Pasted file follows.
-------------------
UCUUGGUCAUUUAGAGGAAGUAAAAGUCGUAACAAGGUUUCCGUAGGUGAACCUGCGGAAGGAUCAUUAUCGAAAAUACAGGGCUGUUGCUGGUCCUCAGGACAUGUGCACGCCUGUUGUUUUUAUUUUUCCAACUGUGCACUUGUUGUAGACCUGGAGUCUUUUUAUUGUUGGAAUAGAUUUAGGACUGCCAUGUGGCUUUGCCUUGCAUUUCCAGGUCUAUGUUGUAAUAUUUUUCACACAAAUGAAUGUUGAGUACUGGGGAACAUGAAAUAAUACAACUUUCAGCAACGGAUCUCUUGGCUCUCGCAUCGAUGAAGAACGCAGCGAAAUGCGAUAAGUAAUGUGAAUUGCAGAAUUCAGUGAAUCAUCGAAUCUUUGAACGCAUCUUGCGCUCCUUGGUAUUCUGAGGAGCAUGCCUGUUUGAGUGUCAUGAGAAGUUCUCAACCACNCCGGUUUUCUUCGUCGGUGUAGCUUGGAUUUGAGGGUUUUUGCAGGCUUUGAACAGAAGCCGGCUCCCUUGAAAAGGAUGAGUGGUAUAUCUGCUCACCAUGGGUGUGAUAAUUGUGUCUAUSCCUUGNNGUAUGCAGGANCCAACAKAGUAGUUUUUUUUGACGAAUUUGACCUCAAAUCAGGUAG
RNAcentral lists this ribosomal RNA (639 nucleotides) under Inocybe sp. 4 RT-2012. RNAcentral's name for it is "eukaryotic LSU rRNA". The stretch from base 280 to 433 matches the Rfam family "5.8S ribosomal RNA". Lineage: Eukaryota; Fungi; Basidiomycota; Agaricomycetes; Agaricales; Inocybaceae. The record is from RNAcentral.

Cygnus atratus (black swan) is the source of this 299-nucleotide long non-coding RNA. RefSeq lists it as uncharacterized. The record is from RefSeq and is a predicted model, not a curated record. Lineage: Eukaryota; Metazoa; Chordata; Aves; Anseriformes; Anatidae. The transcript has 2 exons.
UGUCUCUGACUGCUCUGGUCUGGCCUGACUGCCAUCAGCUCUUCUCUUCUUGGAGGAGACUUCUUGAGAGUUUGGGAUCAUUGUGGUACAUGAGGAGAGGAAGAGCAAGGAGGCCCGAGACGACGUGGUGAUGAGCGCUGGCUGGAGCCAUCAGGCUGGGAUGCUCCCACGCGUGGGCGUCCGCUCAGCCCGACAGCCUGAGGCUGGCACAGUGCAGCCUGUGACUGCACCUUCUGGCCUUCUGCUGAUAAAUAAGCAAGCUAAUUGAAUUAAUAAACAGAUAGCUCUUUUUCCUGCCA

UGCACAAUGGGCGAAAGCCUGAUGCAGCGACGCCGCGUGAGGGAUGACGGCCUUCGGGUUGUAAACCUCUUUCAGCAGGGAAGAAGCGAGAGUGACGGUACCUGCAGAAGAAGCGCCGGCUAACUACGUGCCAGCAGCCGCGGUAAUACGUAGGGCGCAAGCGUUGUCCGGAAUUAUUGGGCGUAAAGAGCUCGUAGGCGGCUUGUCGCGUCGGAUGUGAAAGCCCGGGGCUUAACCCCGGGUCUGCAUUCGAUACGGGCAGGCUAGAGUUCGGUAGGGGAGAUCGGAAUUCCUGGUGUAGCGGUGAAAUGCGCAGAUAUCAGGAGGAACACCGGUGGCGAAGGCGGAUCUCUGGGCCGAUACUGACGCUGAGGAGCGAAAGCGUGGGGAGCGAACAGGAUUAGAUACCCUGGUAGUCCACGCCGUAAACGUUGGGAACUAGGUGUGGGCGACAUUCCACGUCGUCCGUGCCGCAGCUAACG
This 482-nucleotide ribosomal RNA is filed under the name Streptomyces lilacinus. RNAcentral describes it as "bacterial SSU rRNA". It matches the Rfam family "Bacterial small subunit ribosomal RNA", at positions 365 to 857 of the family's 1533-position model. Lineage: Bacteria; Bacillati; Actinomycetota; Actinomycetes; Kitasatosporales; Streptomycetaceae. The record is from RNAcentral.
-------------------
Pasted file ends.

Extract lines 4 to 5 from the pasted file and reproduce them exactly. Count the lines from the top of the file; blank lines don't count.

UGUCUCUGACUGCUCUGGUCUGGCCUGACUGCCAUCAGCUCUUCUCUUCUUGGAGGAGACUUCUUGAGAGUUUGGGAUCAUUGUGGUACAUGAGGAGAGGAAGAGCAAGGAGGCCCGAGACGACGUGGUGAUGAGCGCUGGCUGGAGCCAUCAGGCUGGGAUGCUCCCACGCGUGGGCGUCCGCUCAGCCCGACAGCCUGAGGCUGGCACAGUGCAGCCUGUGACUGCACCUUCUGGCCUUCUGCUGAUAAAUAAGCAAGCUAAUUGAAUUAAUAAACAGAUAGCUCUUUUUCCUGCCA

UGCACAAUGGGCGAAAGCCUGAUGCAGCGACGCCGCGUGAGGGAUGACGGCCUUCGGGUUGUAAACCUCUUUCAGCAGGGAAGAAGCGAGAGUGACGGUACCUGCAGAAGAAGCGCCGGCUAACUACGUGCCAGCAGCCGCGGUAAUACGUAGGGCGCAAGCGUUGUCCGGAAUUAUUGGGCGUAAAGAGCUCGUAGGCGGCUUGUCGCGUCGGAUGUGAAAGCCCGGGGCUUAACCCCGGGUCUGCAUUCGAUACGGGCAGGCUAGAGUUCGGUAGGGGAGAUCGGAAUUCCUGGUGUAGCGGUGAAAUGCGCAGAUAUCAGGAGGAACACCGGUGGCGAAGGCGGAUCUCUGGGCCGAUACUGACGCUGAGGAGCGAAAGCGUGGGGAGCGAACAGGAUUAGAUACCCUGGUAGUCCACGCCGUAAACGUUGGGAACUAGGUGUGGGCGACAUUCCACGUCGUCCGUGCCGCAGCUAACG